Biochemical and Biophysical Research Communications, Vol.386, No.4, 554-558, 2009
New TFII-I family target genes involved in embryonic development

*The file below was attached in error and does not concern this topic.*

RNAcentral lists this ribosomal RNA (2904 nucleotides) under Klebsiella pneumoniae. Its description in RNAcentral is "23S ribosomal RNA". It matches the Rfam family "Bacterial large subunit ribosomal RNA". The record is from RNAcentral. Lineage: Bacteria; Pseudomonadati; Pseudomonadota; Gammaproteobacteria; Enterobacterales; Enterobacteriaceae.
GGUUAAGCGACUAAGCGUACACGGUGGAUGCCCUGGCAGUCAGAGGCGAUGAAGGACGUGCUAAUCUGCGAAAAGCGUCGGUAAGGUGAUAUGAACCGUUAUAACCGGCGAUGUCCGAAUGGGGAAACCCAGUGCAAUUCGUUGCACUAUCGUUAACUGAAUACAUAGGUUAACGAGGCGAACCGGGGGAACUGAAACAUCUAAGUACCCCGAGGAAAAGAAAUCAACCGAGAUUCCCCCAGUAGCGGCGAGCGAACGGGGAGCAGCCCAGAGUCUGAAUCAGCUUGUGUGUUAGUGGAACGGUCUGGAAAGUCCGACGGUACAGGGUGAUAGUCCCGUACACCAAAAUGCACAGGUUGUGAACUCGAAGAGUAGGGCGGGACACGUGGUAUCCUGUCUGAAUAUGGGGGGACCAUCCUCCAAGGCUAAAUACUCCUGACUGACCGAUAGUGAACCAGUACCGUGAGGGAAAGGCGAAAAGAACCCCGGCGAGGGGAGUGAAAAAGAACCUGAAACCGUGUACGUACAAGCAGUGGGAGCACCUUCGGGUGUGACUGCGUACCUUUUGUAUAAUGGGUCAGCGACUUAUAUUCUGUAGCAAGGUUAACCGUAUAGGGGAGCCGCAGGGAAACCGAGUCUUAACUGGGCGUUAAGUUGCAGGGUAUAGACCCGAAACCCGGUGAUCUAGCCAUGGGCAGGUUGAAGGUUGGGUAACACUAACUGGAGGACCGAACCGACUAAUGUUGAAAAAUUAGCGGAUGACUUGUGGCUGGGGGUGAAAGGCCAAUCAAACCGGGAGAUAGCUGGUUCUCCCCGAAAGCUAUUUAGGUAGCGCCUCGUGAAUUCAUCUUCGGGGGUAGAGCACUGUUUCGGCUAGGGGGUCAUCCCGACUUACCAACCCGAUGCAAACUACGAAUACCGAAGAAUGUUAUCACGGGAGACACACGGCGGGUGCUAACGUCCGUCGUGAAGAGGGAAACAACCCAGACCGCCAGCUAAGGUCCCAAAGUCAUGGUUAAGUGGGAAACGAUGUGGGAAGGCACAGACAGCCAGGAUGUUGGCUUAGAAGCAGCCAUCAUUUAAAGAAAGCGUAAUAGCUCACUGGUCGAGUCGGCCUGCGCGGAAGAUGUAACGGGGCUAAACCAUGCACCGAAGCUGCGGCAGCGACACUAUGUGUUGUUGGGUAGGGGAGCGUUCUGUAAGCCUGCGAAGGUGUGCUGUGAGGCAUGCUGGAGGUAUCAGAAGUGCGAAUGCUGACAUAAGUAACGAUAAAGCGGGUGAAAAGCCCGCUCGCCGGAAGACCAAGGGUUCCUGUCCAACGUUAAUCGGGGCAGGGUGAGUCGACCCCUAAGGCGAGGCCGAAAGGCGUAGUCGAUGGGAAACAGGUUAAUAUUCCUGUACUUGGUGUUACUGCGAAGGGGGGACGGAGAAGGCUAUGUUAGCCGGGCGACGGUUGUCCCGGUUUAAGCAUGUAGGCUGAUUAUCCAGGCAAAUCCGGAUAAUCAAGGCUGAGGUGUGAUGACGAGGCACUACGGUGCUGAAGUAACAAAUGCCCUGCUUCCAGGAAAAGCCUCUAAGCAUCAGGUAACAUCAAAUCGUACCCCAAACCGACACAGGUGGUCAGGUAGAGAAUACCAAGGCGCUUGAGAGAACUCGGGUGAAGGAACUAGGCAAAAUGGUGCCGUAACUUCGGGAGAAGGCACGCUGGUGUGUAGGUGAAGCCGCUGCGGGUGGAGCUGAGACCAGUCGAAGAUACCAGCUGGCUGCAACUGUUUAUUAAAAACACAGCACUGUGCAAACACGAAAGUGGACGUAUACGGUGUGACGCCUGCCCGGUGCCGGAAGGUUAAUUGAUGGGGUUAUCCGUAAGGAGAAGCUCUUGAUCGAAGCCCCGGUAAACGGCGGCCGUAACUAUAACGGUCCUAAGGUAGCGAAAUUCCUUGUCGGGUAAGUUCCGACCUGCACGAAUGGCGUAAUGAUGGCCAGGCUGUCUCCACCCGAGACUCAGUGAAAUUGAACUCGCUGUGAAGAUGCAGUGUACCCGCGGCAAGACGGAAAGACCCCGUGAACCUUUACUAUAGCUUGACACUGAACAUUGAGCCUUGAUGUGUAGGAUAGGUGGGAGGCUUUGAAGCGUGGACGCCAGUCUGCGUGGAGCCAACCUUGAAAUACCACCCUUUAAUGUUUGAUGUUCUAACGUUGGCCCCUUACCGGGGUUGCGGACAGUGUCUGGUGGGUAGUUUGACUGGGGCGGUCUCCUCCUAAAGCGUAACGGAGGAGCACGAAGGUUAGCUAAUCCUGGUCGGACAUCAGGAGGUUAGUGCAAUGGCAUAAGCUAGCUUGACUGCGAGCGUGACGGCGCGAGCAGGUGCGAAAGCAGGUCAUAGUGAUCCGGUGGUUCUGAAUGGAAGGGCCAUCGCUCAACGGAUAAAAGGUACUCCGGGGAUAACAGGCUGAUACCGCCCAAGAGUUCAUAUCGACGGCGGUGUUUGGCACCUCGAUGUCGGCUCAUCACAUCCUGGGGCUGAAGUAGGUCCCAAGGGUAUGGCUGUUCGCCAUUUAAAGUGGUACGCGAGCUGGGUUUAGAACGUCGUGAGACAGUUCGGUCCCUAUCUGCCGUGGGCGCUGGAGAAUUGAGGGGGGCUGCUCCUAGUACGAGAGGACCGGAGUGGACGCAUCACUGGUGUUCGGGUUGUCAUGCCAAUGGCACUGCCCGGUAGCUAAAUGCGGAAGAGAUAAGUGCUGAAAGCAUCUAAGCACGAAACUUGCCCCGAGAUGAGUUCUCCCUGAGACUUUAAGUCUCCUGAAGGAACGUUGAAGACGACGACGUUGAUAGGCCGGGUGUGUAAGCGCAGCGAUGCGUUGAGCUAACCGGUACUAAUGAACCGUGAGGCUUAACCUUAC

Two members of the TFII-I family transcription factor genes, GTF2I and GTF2IRD1, are the prime candidates responsible for the craniofacial and cognitive abnormalities of Williams syndrome patients. We have previously generated mouse lines with targeted disruption of Gtj2i and Gtj2ird1. Microarray analysis revealed significant changes in the expression profile of mutant embryos. Here we described three unknown genes that were dramatically down-regulated in mutants. The 2410018M08Rik/Scand3 gene encodes a protein of unknown function with CHCH and hATC domains. ScanD is down-regulated during mouse embryonic stem cell (ES) differentiation. 4933436H12Rik is a testis-specific gene, which encodes a protein with no known domains. It is expressed in mouse ES cells. 1110008P08Rik/Kbtbd7 encodes an adapter protein with BTB/POZ, BACK, and Kelch motifs, previously shown to recruit substrates to the enzymatic complexes of the histone modifying or E3 ubiquitin ligase activities. Based on its expression pattern Kbtbd7 may have a specific role in brain development and function. All three genes possess well-conserved TFII-I-binding consensus sites within proximal promoters. Therefore our analysis suggests that these genes can be direct targets of TFII-I proteins and their impaired expression, as a result of the GTF2I and CTF2IRD1 haploinsufficiency, could contribute to the etiology of Williams syndrome. (C) 2009 Elsevier Inc. All rights reserved.